As a book, King Jesus begins with a slyly witty introduction from its putative narrator, one Agabus, writing in 93 AD. The history of Christianity he sketches is drawn from the extracanonical writings, but presented with great humor, and not a little sympathy. The first hundred pages go by at a romp, and the events leading up to the birth of Mary are told with great relish. After that, the book becomes the tale, briefly, of Antipater and his eventual doom, and then Jesus' birth.
As Jesus grows and gets further into his mission, the book begins to bog down for a while in speeches by Jesus and long discussions of myth, as well as hymns and poems. It picks up finally as Jesus is arrested and brought before Pilate. There Jesus' wealthy, behind-the-scenes supporter Nicodemon works out a deal with Pilate to save Jesus' life, and make him the King of Palestine. But Jesus will have none of it.
The best scenes in the whole book involve Pilate, who is presented as a well-fed, witty, amoral and thoroughly engaging rogue who likes nothing better than to twit the Sanhedrin. Expanding on scripture, Graves has Pilate say:
Pilate cried scornfully: "What is truth? Every so-called truth has its antithetical truth, equally valid in logic. The salt of life is humour: the realization that, in the long run ? praise to the Gods! ? nothing really matters."Despite our familiarity with the gospel story, there are several shocking insights, twists and reconceptualizations. The framework of Graves' mythic insight, once accepted, offers surprising explanatory power. For example, Herod's mad slaughter of his own relatives is made sensible by Graves' reinterpretation of his behavior in light of Goddess-belief. Jesus' crucifixion is made necessary not by some cosmic joke of YHWH's, but by the raising of Lazarus. There is a surprise twist at the end: the real tragedy of Jesus' crucifixion, and the real betrayal of Judas. For Jesus is the King in not one, not two, but three ways: the eldest son of an eldest son of an eldest son, married to the youngest daughter of a youngest daughter of a youngest daughter, he is also the chosen of the Goddess, her ritual consort. Ultimately, the Kingdom of Peace does not arrive on this earth not because of what Judas did, but because of what he failed to do. It is this realization that drives him to kill himself.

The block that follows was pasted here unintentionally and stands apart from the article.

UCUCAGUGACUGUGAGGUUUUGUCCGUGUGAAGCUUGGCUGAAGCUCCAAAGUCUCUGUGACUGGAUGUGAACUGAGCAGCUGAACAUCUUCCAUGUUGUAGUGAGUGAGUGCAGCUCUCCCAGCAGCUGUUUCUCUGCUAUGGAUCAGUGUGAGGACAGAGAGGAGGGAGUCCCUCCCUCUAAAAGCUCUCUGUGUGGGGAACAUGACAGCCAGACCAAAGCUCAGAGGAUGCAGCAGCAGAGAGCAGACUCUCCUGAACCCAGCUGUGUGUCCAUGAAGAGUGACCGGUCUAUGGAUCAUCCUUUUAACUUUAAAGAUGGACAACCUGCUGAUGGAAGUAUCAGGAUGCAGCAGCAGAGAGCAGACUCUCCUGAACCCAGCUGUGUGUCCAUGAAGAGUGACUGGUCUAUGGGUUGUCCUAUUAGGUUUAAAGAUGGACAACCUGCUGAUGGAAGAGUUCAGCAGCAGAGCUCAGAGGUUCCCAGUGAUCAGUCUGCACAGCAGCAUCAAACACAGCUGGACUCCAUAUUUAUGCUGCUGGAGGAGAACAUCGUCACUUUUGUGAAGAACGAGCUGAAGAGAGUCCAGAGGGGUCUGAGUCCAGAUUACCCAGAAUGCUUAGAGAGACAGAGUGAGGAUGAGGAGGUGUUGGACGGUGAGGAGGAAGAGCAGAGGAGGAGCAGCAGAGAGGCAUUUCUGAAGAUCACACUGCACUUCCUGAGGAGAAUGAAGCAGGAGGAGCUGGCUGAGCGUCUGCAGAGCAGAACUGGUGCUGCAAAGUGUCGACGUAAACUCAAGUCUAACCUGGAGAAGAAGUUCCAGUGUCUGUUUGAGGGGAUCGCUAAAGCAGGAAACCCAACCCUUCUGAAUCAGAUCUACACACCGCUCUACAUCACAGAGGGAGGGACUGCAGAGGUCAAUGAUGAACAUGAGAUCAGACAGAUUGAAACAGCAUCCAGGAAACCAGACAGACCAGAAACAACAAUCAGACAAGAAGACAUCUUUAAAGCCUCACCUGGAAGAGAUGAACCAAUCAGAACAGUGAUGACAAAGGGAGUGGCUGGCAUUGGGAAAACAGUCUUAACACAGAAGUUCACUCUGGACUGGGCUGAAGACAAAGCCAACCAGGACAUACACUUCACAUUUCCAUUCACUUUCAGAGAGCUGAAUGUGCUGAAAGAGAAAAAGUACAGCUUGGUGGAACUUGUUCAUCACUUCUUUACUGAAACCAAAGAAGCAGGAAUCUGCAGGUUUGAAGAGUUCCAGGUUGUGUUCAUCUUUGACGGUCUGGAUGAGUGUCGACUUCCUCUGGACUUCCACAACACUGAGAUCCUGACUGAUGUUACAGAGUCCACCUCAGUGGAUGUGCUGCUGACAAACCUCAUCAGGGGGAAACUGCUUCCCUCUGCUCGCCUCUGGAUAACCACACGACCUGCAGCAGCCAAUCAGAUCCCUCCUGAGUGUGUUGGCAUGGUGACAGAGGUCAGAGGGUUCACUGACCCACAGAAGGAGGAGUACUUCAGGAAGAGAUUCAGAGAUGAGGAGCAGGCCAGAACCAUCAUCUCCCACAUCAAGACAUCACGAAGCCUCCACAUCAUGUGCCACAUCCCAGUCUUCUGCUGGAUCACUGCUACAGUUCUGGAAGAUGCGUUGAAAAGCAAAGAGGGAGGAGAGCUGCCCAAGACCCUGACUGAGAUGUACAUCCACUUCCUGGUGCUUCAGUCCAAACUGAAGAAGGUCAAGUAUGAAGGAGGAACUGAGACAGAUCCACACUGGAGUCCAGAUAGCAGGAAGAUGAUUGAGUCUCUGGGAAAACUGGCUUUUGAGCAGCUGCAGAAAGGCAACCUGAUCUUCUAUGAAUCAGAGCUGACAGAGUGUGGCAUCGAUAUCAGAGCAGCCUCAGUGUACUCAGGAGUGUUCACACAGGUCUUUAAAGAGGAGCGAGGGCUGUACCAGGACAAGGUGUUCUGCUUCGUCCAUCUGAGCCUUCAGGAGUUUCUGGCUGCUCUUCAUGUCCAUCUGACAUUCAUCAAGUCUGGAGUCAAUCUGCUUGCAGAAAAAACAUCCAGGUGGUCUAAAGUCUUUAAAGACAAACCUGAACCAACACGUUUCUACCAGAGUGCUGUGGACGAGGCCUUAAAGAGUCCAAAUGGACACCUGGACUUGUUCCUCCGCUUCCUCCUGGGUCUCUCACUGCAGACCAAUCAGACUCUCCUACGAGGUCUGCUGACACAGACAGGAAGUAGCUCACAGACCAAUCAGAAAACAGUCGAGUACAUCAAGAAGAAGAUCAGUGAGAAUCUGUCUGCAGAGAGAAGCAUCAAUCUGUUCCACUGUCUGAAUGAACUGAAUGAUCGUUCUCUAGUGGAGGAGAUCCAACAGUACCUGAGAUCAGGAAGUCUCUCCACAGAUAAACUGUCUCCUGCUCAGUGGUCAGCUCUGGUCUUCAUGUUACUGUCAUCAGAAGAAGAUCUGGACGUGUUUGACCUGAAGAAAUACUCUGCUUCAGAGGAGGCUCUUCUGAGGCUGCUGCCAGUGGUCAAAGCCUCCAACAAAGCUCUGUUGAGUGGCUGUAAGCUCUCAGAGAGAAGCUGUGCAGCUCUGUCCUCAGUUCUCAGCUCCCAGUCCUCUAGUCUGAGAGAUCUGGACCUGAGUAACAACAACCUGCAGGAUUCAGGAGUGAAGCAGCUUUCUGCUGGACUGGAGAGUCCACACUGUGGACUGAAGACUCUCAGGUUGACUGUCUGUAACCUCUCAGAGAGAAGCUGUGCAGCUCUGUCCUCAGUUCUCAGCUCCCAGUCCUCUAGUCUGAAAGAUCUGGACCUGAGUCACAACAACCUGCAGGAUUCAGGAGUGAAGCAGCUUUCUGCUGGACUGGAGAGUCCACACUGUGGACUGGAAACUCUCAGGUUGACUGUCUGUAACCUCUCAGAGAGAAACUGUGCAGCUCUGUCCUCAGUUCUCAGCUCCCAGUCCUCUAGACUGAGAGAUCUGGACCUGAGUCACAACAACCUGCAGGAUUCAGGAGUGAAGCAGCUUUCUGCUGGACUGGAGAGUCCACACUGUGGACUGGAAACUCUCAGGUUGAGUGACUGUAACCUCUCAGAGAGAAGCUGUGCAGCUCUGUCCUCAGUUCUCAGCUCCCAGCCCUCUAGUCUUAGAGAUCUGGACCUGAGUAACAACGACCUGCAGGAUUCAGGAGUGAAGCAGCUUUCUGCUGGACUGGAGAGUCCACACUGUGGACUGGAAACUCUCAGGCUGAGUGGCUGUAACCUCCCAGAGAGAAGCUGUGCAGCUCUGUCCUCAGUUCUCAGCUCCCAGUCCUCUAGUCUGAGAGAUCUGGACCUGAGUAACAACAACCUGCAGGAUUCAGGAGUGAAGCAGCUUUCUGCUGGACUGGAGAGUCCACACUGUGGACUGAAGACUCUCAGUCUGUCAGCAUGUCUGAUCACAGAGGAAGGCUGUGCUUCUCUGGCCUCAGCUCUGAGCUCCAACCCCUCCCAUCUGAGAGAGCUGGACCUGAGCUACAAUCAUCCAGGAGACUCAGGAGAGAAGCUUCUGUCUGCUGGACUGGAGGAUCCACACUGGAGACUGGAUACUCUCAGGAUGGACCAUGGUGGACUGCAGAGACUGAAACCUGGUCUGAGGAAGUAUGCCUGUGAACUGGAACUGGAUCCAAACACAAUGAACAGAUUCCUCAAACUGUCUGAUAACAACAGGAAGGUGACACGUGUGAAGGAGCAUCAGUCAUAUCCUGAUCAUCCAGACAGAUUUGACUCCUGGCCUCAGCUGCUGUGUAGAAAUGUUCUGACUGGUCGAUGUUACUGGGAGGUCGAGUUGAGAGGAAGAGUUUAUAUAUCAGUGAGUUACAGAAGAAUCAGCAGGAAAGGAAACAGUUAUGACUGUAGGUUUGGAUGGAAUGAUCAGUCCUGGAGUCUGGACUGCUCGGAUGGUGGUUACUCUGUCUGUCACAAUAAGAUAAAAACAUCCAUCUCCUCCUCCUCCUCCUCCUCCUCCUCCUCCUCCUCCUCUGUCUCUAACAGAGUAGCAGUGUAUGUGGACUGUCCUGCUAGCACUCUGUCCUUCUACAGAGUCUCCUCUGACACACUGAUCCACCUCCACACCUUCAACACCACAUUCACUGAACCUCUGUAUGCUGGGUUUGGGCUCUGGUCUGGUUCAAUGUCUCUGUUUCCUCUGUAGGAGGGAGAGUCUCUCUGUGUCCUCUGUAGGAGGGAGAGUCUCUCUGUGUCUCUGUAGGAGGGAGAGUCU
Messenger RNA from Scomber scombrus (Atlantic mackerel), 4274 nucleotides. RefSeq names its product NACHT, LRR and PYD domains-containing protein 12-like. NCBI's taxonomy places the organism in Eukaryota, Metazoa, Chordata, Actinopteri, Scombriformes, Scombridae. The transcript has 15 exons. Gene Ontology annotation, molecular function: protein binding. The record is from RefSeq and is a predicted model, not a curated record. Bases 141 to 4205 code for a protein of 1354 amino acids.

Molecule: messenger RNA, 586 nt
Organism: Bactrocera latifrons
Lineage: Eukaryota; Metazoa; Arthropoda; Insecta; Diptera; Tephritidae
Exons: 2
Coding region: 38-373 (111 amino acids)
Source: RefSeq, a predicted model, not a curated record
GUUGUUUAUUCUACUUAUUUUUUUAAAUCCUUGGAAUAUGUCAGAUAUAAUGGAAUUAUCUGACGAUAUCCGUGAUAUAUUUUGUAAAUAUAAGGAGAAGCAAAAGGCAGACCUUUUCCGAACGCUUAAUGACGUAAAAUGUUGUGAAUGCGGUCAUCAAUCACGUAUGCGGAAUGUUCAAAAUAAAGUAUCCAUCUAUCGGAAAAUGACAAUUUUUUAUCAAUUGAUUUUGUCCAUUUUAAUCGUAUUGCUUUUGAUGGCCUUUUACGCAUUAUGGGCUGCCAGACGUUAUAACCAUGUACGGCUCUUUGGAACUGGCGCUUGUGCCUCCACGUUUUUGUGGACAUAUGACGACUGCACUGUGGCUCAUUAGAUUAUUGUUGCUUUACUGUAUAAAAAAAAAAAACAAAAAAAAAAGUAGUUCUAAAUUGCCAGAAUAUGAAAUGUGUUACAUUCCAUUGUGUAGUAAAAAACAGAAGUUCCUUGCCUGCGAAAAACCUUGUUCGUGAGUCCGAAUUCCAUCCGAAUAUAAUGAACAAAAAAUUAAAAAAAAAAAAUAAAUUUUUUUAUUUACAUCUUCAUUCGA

I highly recommend this remarkable and beautiful book. Graves' characters display his wit and erudition in their every spoken word. His intellectual reach is breathtaking; as a scholar, he is at equally at home with Jesus disputing in the Law Courts, or in a discussion between Greeks, Jews and Arabs in a merchants' caravan on its way to distant cities. As the reader reaches the end, prepared for one tragedy, she is offered another one, one ultimately more profound, moving, and sorrowful than anything that the early Christian writers ever imagined.